Sculpture as an art-form is extraordinary, moving, special and a wonderful hands on experience for all who try it. Sculpture has been created by human beings for thousands of year and is still being created today. A work of sculpture can be created with any number of tools and materials. Sculpture is a great way to create works of art and every student can become a [sculptor]
Unlike with painting that is flat, sculpture interacts with the view directly because the artwork and the audience share the same space. It allows students and artist to create a work of art that exists in reality as it exists in real space.
I think the article should start off as a history of sculpture and then go into technique.
Our sister site, Wikipedia, offers an abundance of information about the history of sculpture. Click Here to see that information. You may also want to check out the many Subcategories on Wikipedia - where you can find information on anything from glassblowing to sculpture gardens to wax figures.
Every piece of sculpture, and every object manufactured, depends upon its material and process for it's appearance and aesthetic. Sculptors often have a love / hate relationship with their material, but (without too much romance slipping into this) if you are interested in sculpture, the important notion to bear in mind is this- The material is a fundamental part of the development of the idea, the process (or tools if you like) is in there with its contribution, and the artists ideas have to be negotiated through the process of making, not developed and set first then 'illustrated in the material'. Good Examples- Mayan sculpture and Easter Island heads - made with hard stone, and no metal tools, have a powerful, compact, broad aesthetic, made by banging one stone with a harder one - in all the right places of course. They have as much spirit and quality as -at the opposite extreme- Giovanni Bernini's 'Ecstacy of Saint Teresa' the theatrical Baroque masterwork, because it's made of marble (subtle, easy to cut with superbly forged steel tools, takes a high polish, etc.) and is able to imitate flesh or drapery and to appear almost weightless. Different stuff, different cultures, different stories, however, same human spirit and thus same efforts to understand.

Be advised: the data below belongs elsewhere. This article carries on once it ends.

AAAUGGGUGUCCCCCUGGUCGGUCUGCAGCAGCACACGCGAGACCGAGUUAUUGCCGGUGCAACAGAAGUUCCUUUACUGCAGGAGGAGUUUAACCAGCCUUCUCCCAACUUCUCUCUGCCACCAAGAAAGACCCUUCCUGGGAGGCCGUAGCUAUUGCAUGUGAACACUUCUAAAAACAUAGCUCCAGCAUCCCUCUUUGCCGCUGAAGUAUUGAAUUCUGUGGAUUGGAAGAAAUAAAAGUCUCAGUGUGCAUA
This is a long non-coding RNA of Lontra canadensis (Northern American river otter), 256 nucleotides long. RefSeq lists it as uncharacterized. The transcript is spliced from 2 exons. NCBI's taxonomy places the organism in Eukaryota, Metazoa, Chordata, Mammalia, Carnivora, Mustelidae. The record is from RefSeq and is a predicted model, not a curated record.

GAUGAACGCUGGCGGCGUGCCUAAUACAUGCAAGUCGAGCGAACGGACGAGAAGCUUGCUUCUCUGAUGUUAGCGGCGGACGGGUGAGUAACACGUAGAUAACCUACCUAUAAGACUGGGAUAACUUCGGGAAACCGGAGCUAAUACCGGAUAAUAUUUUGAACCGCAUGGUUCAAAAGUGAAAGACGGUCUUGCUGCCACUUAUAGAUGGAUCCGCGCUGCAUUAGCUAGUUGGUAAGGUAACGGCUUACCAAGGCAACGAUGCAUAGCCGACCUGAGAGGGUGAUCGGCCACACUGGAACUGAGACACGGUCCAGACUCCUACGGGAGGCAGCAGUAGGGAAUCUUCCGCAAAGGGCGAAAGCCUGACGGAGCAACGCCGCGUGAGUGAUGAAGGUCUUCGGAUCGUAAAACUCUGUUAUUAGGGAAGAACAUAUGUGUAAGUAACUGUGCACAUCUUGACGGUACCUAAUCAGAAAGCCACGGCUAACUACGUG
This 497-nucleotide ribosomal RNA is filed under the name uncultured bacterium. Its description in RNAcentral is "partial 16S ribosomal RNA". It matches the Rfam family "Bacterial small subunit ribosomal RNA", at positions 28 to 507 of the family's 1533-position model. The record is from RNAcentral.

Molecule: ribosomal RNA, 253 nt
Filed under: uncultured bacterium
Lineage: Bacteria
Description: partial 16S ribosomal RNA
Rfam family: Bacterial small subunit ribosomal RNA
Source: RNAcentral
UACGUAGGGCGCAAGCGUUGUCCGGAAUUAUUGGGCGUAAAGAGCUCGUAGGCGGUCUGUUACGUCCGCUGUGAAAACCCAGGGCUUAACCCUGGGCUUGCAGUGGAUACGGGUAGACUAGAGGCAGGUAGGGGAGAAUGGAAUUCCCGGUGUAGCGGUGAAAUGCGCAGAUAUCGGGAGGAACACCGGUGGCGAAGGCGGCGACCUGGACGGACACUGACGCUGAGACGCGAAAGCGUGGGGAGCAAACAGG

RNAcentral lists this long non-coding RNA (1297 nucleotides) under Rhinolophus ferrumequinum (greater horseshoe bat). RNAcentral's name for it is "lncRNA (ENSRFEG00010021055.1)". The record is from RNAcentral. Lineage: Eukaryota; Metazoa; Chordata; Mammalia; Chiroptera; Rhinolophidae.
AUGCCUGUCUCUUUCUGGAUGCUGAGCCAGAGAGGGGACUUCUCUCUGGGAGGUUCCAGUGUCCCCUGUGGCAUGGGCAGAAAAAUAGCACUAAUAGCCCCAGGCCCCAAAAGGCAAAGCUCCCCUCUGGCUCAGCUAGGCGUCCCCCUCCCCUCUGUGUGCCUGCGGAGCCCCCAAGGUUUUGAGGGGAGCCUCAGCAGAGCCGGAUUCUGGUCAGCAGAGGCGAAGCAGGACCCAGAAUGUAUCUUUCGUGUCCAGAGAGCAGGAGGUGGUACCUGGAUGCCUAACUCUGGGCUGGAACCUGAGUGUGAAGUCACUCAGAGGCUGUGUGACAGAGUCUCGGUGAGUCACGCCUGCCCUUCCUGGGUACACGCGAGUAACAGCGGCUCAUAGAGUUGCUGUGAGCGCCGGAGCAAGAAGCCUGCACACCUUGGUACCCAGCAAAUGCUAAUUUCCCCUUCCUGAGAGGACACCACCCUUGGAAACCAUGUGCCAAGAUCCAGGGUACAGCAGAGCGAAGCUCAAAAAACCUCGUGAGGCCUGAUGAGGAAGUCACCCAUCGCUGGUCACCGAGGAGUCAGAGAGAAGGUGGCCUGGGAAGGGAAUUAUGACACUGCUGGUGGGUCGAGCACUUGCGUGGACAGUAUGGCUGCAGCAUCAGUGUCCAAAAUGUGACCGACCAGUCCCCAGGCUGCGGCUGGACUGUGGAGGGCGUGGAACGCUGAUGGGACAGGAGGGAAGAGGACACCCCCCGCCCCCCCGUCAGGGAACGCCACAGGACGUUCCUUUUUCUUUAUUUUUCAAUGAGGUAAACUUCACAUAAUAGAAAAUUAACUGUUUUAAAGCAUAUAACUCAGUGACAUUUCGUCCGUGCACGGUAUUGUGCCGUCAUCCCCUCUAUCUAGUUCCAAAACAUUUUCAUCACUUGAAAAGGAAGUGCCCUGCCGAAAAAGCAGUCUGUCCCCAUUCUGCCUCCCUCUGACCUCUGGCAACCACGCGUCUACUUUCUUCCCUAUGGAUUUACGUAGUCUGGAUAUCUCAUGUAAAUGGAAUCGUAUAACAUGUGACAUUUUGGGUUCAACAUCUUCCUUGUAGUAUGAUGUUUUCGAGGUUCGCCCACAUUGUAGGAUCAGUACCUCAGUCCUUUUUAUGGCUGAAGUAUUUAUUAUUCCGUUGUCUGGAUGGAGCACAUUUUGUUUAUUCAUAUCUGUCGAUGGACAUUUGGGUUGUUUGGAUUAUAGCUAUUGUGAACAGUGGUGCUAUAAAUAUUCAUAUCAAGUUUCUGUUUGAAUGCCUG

The next important consideration is GRAVITY. We are hard wired to understand a world where gravity is always in place, and we understand objects in relation to it, we also read two dimensional images in relation to our gravity field existence.
~Take found object and display - Is this sculpture or displacement?
Latex Mould Making is the simplest and cheapest way to make an effective flexible and reusable mould. Once the sculpture as been created, successive layers of latex liquid are painted on and allowed to dry between each coat. The resulting mould is incredibly strong, and can easily be stretched off the casing. However, latex does shrink and for this reason it cannot be used to make a two part mould and the joins rarely go together well. Where accuracy in shape and size are required, a silicone mould, though more expensive is a better choice; whilst latex is particularly good where cost is an issue and where total fidelity to the original object is not required. The tough properties make it very good to use as a one piece open mould, as depicted. Undercutting can only be overcome with a "dewlap". An artificial boundary is made with a piece of think plastic to create a double sided interface across undercuts. These remain in place until after the shell is made, which makes close contact with both sides of the dewlap, and thus the shell material does not communicate through the undercut. The plastic is removed after the first de-moulding and discarded.
Silicone offers a superior mould fidelity, capturing details even beyond those visible to the naked eye. It is extremely versatile, available in a range of hardnesses, setup times, colours, elasticities etc.
Whilst cosiderably more expensive than other mould materials, it has nonetheless become the standardbearer for a wide range of applications.
In many cases, even complex or delicate sculptures can be moulded in fewer sections, furthering the accuracy of subsequent castings, which can often be easily made entirely free from seam lines (the imperfections caused by two parts of a mold not lining up perfectly.)
Most mould silicones come in a two part form. When the correct proportion of each are mixed together, the process of catalysis (the 'setting up' or hardening) begins. The user has a specified working time in which to pour or apply the silicone mixture. Once curing time has passed, the sculpture can be demolded.
Depending on the application, different techniques can be used. Simple items can be brush-on molded, whereby incremental layers of silicone are brushed on and left to set until a sufficient thickness is achieved. They can also be placed within a box or othrr 'retainer' into which the silicone is poured and left to do its thing.
More complex items may require the mold to be made in parts, which separate in order to remove the piece. Jacket molds are particularly useful for using less silicone l. A jacket mold is made by first covering the piece in a uniform layer of inexpensive clay. Any deep details are smoothed out to avoid undercuts. A jacket is then made of usually fibreglass or plaster. The jacket is opened and clay remived. The jacket reclosed and the negative space is filled with silicone.
Type of casting.